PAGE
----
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The foundation of Pakistan is easily one of the most traumatic memories from India’s independence. The death of a half a million people, mass migrations and an atmosphere of fear and hatred ruled the years from 1947-50. But, did you know that the British had a part to play in this? Khushwant Singh writes – 

British attitude towards the Hindus and the Muslims changed from time to time. For some years after the mutiny of 1857, in which Muslims took greater part than Hindus, the policy was distinctly anti-Muslim and pro-Hindu. After the foundation of the Indian National Congress in 1885, which began to agitate for freedom and was largely composed of Hindus, the policy became pronouncedly anti-Hindu and pro-Muslim.

The British encouraged Muslim separatism. Under the guise of neutrality, they gave Muslims more privileges in services such as the police and the army than the quota they were entitled to. The British encouraged separate educational institutions – Islamic schools and colleges were matched by Hindu and Sikh schools and colleges. In public places such as railway stations there were separate restaurants for Hindus and Muslims. Even drinking water booths bore signs – Hindu water, Muslim water.

Hindu–Muslim riots became a normal feature of Indian life. Seldom did a Hindu or Sikh religious procession passing a mosque fail to spark a brawl. And every year, at the Muslim festival of Bakr Id commemorating Ibrahim’s attempted sacrifice of his son, tension mounted. Muslims made it a point to sacrifice a cow instead of a ram or a goat. And they took good care to decorate a cow and march it through streets where Hindus lived before taking it to the slaughterhouse.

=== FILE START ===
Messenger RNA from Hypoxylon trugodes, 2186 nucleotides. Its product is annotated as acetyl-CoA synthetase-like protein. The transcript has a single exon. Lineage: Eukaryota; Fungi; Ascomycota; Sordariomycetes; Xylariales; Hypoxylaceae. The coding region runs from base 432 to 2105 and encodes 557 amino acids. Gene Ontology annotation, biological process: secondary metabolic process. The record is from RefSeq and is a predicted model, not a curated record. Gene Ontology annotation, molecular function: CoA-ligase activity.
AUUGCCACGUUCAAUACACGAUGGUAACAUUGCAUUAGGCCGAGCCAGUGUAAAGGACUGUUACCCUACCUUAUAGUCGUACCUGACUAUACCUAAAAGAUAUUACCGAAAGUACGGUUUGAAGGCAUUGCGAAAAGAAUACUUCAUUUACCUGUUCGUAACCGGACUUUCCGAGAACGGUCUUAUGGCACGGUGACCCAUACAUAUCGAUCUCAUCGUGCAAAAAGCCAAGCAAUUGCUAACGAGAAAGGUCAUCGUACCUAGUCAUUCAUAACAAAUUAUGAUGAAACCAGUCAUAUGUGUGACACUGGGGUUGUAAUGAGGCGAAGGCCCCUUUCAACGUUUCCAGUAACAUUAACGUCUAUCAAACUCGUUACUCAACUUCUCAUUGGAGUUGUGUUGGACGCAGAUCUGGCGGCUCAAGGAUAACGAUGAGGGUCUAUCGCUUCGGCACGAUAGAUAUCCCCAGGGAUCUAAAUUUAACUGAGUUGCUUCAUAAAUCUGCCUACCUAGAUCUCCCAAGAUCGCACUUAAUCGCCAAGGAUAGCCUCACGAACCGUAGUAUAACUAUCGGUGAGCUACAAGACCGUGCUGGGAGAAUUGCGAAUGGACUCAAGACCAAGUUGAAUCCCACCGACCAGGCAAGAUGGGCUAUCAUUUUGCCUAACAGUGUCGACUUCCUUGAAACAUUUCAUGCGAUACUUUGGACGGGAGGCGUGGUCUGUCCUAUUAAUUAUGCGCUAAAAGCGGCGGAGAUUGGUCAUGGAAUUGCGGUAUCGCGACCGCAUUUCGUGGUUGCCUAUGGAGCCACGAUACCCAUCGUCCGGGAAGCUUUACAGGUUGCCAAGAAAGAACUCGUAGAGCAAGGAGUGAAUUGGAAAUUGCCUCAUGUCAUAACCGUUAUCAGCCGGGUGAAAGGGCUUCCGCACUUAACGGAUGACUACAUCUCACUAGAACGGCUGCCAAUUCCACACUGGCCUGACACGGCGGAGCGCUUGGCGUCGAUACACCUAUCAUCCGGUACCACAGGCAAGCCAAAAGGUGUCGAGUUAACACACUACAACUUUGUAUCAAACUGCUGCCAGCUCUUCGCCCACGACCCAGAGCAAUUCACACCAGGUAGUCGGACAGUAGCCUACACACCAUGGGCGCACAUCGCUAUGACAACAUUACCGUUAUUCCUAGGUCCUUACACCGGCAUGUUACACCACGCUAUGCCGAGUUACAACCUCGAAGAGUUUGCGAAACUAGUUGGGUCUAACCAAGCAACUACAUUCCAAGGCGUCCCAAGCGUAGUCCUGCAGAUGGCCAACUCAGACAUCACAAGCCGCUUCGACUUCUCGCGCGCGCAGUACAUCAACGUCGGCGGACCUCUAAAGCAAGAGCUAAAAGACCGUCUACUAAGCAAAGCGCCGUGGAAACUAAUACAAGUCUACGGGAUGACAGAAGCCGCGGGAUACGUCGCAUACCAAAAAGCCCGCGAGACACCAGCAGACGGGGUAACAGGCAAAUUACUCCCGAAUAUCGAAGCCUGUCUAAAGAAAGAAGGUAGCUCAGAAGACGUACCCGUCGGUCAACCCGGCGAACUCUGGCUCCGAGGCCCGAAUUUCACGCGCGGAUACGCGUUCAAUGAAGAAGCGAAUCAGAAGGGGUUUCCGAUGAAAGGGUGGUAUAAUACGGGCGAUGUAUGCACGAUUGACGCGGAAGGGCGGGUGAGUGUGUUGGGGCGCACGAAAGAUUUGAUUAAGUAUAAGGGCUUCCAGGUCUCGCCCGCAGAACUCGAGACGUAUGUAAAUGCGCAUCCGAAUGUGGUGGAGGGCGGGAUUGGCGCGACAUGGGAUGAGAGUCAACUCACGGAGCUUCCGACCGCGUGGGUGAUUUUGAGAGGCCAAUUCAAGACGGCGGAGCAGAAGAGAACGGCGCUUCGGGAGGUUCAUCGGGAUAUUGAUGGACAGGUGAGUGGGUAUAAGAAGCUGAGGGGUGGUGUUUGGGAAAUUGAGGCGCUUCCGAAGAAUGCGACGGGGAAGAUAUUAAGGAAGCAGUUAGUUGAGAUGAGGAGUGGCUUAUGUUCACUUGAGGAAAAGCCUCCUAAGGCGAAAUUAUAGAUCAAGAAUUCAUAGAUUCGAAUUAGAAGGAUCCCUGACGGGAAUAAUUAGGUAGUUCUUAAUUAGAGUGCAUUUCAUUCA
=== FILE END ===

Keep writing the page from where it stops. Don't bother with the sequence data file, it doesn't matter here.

The hostility so generated affected all sections of society, even the intellectuals. An anecdote of the time illustrates the rivalry between Hindu and Muslim scholars to prove the superiority of their respective ancient civilizations. It is said that archaeologists excavating the ruins of an old Hindu temple found a rusted steel wire. A Hindu pandit immediately declared this to be evidence that the ancient Hindus had had a telephone system.This spurred Muslim archaeologists to excavate around the site of an old mosque. They could find nothing. But not to be outdone, a Muslim ulema declared this to be evidence that the ancient Muslims had known everything about wireless telegraphy.

The British government set the scene for political separatism when it gave Muslims, and later other religious minorities, separate electorates in elections to legislative bodies.This policy encouraged political parties that represented only the interests of their respective communities. With separate electorates, the British gave Muslims special privileges and thus kept them from joining the nationalists. Another reason for the Muslims keeping aloof from the nationalists was the fact that some of the leading figures in the movement, for instance, Bal Gangadhar Tilak of Maharashtra and Lala Lajpat Rai of Punjab, were also associated with Hindu revivalism. British patronage and suspicion of Hindu nationalism gave birth to the Muslim League, which in 1940 demanded an independent Muslim state, Pakistan. 

Continue reading Khushwant Singh’s ‘We Indians’ on the Juggernaut app for free on 23rd October 2021 at 7pm!

 

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